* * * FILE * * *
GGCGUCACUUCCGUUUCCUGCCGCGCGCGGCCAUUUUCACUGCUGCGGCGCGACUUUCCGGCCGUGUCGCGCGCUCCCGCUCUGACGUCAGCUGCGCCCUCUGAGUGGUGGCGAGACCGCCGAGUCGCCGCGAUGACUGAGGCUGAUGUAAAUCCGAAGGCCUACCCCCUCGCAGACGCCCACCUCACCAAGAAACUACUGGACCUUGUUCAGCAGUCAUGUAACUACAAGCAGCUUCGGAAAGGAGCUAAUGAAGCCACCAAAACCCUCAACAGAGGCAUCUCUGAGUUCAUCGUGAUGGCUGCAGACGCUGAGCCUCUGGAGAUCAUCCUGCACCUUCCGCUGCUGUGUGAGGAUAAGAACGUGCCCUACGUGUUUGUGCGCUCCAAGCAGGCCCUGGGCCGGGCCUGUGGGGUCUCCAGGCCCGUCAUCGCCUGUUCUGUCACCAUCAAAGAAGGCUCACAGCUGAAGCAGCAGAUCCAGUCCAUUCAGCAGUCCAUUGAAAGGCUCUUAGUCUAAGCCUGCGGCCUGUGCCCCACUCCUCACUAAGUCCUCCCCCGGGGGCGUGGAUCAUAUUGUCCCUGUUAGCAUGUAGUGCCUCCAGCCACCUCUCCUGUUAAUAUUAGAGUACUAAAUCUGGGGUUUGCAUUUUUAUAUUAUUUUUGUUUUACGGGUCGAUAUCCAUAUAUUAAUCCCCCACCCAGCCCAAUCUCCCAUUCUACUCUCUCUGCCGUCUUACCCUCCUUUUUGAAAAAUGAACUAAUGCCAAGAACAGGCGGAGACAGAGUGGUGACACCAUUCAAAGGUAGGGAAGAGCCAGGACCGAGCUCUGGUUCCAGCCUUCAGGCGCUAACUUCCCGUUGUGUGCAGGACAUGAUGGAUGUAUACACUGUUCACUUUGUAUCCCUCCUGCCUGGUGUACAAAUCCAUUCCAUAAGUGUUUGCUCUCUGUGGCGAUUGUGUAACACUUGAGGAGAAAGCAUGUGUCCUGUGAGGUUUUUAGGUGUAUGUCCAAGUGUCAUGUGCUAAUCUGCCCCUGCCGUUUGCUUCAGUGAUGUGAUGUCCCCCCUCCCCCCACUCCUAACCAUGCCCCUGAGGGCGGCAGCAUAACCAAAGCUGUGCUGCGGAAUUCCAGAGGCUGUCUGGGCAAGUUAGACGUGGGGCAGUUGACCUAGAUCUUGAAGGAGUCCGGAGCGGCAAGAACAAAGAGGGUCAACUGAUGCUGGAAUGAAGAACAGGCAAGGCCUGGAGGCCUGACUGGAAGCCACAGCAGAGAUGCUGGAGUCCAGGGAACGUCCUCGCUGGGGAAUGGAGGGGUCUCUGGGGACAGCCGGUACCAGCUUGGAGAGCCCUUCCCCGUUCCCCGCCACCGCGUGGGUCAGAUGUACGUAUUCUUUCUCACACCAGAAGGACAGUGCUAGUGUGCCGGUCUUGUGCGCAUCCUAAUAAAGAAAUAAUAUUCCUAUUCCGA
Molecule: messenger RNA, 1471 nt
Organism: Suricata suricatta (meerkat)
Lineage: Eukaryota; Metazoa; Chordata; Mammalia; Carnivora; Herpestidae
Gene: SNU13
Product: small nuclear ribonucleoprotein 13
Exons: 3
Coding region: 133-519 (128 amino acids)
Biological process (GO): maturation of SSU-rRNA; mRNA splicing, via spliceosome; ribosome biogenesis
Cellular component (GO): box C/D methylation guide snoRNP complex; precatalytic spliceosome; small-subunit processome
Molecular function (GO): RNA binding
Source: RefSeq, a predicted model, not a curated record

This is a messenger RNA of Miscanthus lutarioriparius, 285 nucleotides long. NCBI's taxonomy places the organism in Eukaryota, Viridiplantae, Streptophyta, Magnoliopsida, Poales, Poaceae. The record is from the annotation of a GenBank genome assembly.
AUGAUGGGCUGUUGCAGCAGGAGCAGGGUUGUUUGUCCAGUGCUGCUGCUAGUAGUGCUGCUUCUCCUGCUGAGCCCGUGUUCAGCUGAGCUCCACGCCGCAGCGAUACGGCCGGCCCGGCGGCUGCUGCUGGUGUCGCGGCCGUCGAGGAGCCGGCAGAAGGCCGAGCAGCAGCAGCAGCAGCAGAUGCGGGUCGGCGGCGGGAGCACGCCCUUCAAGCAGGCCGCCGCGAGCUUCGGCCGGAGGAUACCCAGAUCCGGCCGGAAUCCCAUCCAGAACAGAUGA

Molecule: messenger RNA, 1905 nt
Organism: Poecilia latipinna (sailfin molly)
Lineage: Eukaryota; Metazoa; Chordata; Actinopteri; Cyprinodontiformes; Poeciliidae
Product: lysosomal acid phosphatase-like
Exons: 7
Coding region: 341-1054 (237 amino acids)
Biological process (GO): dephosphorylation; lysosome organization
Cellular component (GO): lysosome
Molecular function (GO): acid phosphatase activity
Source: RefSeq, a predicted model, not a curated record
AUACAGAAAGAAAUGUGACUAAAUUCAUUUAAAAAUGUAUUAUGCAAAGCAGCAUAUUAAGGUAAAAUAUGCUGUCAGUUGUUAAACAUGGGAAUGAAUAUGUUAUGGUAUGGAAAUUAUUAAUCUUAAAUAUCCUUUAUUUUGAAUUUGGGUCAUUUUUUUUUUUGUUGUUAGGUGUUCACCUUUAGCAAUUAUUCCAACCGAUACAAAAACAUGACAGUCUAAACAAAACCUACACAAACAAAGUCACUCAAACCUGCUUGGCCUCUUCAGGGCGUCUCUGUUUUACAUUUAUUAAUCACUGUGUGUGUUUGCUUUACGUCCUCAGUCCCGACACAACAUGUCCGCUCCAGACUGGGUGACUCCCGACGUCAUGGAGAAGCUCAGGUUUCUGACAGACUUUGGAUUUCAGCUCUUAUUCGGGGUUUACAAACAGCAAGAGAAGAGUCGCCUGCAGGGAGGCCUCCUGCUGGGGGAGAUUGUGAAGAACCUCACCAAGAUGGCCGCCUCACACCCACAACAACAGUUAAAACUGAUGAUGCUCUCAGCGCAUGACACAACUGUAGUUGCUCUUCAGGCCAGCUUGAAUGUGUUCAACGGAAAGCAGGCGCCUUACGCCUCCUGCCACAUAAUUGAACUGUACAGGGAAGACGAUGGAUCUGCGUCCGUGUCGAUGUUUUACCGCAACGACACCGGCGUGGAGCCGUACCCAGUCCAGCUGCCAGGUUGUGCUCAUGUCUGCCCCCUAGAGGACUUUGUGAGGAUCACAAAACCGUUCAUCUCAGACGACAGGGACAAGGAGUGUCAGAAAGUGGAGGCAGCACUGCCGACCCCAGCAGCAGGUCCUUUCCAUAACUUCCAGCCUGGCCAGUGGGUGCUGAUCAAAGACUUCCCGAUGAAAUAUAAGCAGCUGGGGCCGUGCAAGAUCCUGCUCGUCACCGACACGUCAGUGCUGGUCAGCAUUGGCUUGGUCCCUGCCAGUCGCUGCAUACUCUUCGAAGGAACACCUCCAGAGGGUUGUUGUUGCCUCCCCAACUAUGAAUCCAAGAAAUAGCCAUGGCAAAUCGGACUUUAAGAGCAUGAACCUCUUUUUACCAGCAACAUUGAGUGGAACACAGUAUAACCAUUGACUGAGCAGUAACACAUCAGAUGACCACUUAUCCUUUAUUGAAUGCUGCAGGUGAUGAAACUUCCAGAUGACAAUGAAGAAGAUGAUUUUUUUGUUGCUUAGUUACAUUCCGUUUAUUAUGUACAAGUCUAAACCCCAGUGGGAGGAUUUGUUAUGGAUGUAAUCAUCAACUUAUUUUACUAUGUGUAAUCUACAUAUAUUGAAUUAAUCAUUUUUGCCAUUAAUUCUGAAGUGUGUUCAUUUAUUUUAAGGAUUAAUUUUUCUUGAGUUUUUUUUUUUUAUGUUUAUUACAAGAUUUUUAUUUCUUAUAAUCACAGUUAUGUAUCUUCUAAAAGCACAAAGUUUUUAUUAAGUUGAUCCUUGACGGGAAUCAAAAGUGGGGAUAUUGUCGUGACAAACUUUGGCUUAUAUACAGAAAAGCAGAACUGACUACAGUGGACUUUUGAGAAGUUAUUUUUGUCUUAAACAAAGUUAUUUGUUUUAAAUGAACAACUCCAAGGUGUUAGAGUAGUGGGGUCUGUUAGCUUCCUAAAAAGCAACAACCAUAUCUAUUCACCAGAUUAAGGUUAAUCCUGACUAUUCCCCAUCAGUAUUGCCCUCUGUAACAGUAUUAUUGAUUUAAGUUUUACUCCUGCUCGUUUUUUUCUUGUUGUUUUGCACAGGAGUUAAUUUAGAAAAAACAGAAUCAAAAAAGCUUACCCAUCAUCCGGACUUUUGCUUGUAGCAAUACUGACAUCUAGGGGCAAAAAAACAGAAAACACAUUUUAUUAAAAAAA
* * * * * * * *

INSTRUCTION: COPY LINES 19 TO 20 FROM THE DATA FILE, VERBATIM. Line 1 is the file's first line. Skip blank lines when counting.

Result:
Exons: 7
Coding region: 341-1054 (237 amino acids)